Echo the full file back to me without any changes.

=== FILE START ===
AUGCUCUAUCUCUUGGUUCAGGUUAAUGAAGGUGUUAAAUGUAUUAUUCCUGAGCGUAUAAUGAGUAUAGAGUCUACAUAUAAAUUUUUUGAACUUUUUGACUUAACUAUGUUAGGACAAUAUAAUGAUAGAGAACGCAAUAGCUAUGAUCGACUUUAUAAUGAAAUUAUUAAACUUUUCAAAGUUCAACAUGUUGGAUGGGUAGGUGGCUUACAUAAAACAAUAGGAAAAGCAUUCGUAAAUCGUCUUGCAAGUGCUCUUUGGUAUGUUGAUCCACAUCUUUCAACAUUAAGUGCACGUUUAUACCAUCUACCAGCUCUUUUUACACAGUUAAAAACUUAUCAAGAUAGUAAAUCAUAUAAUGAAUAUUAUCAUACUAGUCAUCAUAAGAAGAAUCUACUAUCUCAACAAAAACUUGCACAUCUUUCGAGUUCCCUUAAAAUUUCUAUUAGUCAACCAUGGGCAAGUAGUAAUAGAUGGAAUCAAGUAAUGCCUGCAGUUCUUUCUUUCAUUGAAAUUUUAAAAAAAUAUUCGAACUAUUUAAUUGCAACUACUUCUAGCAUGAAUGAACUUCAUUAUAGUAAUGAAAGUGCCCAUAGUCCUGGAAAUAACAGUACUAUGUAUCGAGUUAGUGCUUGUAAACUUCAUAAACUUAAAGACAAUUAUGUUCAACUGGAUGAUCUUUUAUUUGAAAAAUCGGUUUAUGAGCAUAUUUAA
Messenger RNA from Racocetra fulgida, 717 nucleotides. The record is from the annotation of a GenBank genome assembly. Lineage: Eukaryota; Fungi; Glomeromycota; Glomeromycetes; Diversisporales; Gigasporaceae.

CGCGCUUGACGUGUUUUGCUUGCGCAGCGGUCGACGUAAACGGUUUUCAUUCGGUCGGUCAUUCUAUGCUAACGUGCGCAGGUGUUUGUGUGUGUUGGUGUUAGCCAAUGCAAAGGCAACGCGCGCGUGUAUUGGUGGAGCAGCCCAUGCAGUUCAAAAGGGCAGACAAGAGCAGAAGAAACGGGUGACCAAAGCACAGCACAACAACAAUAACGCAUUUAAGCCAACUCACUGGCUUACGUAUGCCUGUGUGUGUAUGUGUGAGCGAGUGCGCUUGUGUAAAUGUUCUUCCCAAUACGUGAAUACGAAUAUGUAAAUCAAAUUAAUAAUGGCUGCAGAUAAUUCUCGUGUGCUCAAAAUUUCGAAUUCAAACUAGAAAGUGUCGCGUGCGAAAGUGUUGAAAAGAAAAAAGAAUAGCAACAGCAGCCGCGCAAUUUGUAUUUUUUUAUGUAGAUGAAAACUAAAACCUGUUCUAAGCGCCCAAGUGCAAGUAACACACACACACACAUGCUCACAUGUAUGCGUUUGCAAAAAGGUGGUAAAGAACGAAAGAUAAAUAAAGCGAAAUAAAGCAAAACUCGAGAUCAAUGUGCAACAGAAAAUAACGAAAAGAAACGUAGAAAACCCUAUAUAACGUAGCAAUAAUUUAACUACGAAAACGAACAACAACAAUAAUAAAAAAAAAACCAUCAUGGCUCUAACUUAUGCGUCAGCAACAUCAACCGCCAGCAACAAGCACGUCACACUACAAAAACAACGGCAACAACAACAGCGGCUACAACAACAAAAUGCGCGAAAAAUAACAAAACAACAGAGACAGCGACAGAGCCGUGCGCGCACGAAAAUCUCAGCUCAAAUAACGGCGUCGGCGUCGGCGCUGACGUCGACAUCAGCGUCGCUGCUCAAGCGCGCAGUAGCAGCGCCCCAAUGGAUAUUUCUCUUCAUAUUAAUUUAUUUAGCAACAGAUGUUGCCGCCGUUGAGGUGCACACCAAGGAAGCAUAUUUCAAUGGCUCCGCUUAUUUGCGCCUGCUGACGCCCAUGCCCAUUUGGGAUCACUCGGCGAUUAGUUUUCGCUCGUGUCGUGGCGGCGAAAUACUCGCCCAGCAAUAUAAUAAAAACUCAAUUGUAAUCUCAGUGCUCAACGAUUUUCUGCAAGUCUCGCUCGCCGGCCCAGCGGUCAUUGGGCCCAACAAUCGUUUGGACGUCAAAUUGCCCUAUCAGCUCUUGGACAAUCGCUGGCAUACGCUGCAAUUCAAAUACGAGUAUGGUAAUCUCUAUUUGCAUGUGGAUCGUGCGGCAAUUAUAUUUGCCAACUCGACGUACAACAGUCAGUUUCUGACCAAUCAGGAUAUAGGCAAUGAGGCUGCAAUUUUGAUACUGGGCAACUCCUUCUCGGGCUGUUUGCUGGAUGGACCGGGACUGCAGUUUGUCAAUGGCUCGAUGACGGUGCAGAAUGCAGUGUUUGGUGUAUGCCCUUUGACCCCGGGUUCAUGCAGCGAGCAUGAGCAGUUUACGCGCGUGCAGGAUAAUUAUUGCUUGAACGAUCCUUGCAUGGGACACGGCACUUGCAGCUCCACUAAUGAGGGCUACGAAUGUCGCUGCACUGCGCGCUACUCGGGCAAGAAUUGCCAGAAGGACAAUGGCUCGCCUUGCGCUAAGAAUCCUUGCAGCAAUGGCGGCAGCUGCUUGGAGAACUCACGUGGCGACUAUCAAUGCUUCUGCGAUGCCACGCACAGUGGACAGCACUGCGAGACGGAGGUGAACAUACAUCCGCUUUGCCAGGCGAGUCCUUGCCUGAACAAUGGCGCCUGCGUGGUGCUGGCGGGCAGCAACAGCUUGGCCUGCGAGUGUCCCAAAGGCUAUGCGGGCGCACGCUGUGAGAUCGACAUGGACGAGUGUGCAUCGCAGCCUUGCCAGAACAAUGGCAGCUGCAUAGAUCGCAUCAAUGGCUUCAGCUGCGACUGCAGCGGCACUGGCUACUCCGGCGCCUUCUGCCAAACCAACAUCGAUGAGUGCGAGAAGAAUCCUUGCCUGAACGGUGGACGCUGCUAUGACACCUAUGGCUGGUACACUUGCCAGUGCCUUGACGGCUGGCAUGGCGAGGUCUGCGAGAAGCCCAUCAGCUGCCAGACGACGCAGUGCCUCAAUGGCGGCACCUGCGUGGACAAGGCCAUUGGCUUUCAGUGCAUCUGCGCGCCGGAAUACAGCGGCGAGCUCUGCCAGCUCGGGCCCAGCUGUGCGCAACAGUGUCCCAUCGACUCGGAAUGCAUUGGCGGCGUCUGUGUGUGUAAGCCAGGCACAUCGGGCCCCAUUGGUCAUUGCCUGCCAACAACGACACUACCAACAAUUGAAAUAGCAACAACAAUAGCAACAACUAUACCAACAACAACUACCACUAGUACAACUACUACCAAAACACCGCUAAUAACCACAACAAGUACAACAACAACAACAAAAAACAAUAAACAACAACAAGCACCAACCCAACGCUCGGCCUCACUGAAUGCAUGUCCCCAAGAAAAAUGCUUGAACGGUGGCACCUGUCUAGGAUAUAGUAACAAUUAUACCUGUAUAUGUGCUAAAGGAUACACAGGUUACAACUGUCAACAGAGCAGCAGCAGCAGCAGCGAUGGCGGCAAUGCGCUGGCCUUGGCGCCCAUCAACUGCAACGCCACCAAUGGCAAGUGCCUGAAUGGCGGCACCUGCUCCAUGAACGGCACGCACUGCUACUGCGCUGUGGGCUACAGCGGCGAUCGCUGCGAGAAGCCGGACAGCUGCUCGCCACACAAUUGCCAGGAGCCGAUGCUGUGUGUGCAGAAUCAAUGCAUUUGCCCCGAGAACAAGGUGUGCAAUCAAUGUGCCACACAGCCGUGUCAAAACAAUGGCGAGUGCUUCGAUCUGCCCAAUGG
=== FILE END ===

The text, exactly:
AUGCUCUAUCUCUUGGUUCAGGUUAAUGAAGGUGUUAAAUGUAUUAUUCCUGAGCGUAUAAUGAGUAUAGAGUCUACAUAUAAAUUUUUUGAACUUUUUGACUUAACUAUGUUAGGACAAUAUAAUGAUAGAGAACGCAAUAGCUAUGAUCGACUUUAUAAUGAAAUUAUUAAACUUUUCAAAGUUCAACAUGUUGGAUGGGUAGGUGGCUUACAUAAAACAAUAGGAAAAGCAUUCGUAAAUCGUCUUGCAAGUGCUCUUUGGUAUGUUGAUCCACAUCUUUCAACAUUAAGUGCACGUUUAUACCAUCUACCAGCUCUUUUUACACAGUUAAAAACUUAUCAAGAUAGUAAAUCAUAUAAUGAAUAUUAUCAUACUAGUCAUCAUAAGAAGAAUCUACUAUCUCAACAAAAACUUGCACAUCUUUCGAGUUCCCUUAAAAUUUCUAUUAGUCAACCAUGGGCAAGUAGUAAUAGAUGGAAUCAAGUAAUGCCUGCAGUUCUUUCUUUCAUUGAAAUUUUAAAAAAAUAUUCGAACUAUUUAAUUGCAACUACUUCUAGCAUGAAUGAACUUCAUUAUAGUAAUGAAAGUGCCCAUAGUCCUGGAAAUAACAGUACUAUGUAUCGAGUUAGUGCUUGUAAACUUCAUAAACUUAAAGACAAUUAUGUUCAACUGGAUGAUCUUUUAUUUGAAAAAUCGGUUUAUGAGCAUAUUUAA
Messenger RNA from Racocetra fulgida, 717 nucleotides. The record is from the annotation of a GenBank genome assembly. Lineage: Eukaryota; Fungi; Glomeromycota; Glomeromycetes; Diversisporales; Gigasporaceae.

CGCGCUUGACGUGUUUUGCUUGCGCAGCGGUCGACGUAAACGGUUUUCAUUCGGUCGGUCAUUCUAUGCUAACGUGCGCAGGUGUUUGUGUGUGUUGGUGUUAGCCAAUGCAAAGGCAACGCGCGCGUGUAUUGGUGGAGCAGCCCAUGCAGUUCAAAAGGGCAGACAAGAGCAGAAGAAACGGGUGACCAAAGCACAGCACAACAACAAUAACGCAUUUAAGCCAACUCACUGGCUUACGUAUGCCUGUGUGUGUAUGUGUGAGCGAGUGCGCUUGUGUAAAUGUUCUUCCCAAUACGUGAAUACGAAUAUGUAAAUCAAAUUAAUAAUGGCUGCAGAUAAUUCUCGUGUGCUCAAAAUUUCGAAUUCAAACUAGAAAGUGUCGCGUGCGAAAGUGUUGAAAAGAAAAAAGAAUAGCAACAGCAGCCGCGCAAUUUGUAUUUUUUUAUGUAGAUGAAAACUAAAACCUGUUCUAAGCGCCCAAGUGCAAGUAACACACACACACACAUGCUCACAUGUAUGCGUUUGCAAAAAGGUGGUAAAGAACGAAAGAUAAAUAAAGCGAAAUAAAGCAAAACUCGAGAUCAAUGUGCAACAGAAAAUAACGAAAAGAAACGUAGAAAACCCUAUAUAACGUAGCAAUAAUUUAACUACGAAAACGAACAACAACAAUAAUAAAAAAAAAACCAUCAUGGCUCUAACUUAUGCGUCAGCAACAUCAACCGCCAGCAACAAGCACGUCACACUACAAAAACAACGGCAACAACAACAGCGGCUACAACAACAAAAUGCGCGAAAAAUAACAAAACAACAGAGACAGCGACAGAGCCGUGCGCGCACGAAAAUCUCAGCUCAAAUAACGGCGUCGGCGUCGGCGCUGACGUCGACAUCAGCGUCGCUGCUCAAGCGCGCAGUAGCAGCGCCCCAAUGGAUAUUUCUCUUCAUAUUAAUUUAUUUAGCAACAGAUGUUGCCGCCGUUGAGGUGCACACCAAGGAAGCAUAUUUCAAUGGCUCCGCUUAUUUGCGCCUGCUGACGCCCAUGCCCAUUUGGGAUCACUCGGCGAUUAGUUUUCGCUCGUGUCGUGGCGGCGAAAUACUCGCCCAGCAAUAUAAUAAAAACUCAAUUGUAAUCUCAGUGCUCAACGAUUUUCUGCAAGUCUCGCUCGCCGGCCCAGCGGUCAUUGGGCCCAACAAUCGUUUGGACGUCAAAUUGCCCUAUCAGCUCUUGGACAAUCGCUGGCAUACGCUGCAAUUCAAAUACGAGUAUGGUAAUCUCUAUUUGCAUGUGGAUCGUGCGGCAAUUAUAUUUGCCAACUCGACGUACAACAGUCAGUUUCUGACCAAUCAGGAUAUAGGCAAUGAGGCUGCAAUUUUGAUACUGGGCAACUCCUUCUCGGGCUGUUUGCUGGAUGGACCGGGACUGCAGUUUGUCAAUGGCUCGAUGACGGUGCAGAAUGCAGUGUUUGGUGUAUGCCCUUUGACCCCGGGUUCAUGCAGCGAGCAUGAGCAGUUUACGCGCGUGCAGGAUAAUUAUUGCUUGAACGAUCCUUGCAUGGGACACGGCACUUGCAGCUCCACUAAUGAGGGCUACGAAUGUCGCUGCACUGCGCGCUACUCGGGCAAGAAUUGCCAGAAGGACAAUGGCUCGCCUUGCGCUAAGAAUCCUUGCAGCAAUGGCGGCAGCUGCUUGGAGAACUCACGUGGCGACUAUCAAUGCUUCUGCGAUGCCACGCACAGUGGACAGCACUGCGAGACGGAGGUGAACAUACAUCCGCUUUGCCAGGCGAGUCCUUGCCUGAACAAUGGCGCCUGCGUGGUGCUGGCGGGCAGCAACAGCUUGGCCUGCGAGUGUCCCAAAGGCUAUGCGGGCGCACGCUGUGAGAUCGACAUGGACGAGUGUGCAUCGCAGCCUUGCCAGAACAAUGGCAGCUGCAUAGAUCGCAUCAAUGGCUUCAGCUGCGACUGCAGCGGCACUGGCUACUCCGGCGCCUUCUGCCAAACCAACAUCGAUGAGUGCGAGAAGAAUCCUUGCCUGAACGGUGGACGCUGCUAUGACACCUAUGGCUGGUACACUUGCCAGUGCCUUGACGGCUGGCAUGGCGAGGUCUGCGAGAAGCCCAUCAGCUGCCAGACGACGCAGUGCCUCAAUGGCGGCACCUGCGUGGACAAGGCCAUUGGCUUUCAGUGCAUCUGCGCGCCGGAAUACAGCGGCGAGCUCUGCCAGCUCGGGCCCAGCUGUGCGCAACAGUGUCCCAUCGACUCGGAAUGCAUUGGCGGCGUCUGUGUGUGUAAGCCAGGCACAUCGGGCCCCAUUGGUCAUUGCCUGCCAACAACGACACUACCAACAAUUGAAAUAGCAACAACAAUAGCAACAACUAUACCAACAACAACUACCACUAGUACAACUACUACCAAAACACCGCUAAUAACCACAACAAGUACAACAACAACAACAAAAAACAAUAAACAACAACAAGCACCAACCCAACGCUCGGCCUCACUGAAUGCAUGUCCCCAAGAAAAAUGCUUGAACGGUGGCACCUGUCUAGGAUAUAGUAACAAUUAUACCUGUAUAUGUGCUAAAGGAUACACAGGUUACAACUGUCAACAGAGCAGCAGCAGCAGCAGCGAUGGCGGCAAUGCGCUGGCCUUGGCGCCCAUCAACUGCAACGCCACCAAUGGCAAGUGCCUGAAUGGCGGCACCUGCUCCAUGAACGGCACGCACUGCUACUGCGCUGUGGGCUACAGCGGCGAUCGCUGCGAGAAGCCGGACAGCUGCUCGCCACACAAUUGCCAGGAGCCGAUGCUGUGUGUGCAGAAUCAAUGCAUUUGCCCCGAGAACAAGGUGUGCAAUCAAUGUGCCACACAGCCGUGUCAAAACAAUGGCGAGUGCUUCGAUCUGCCCAAUGG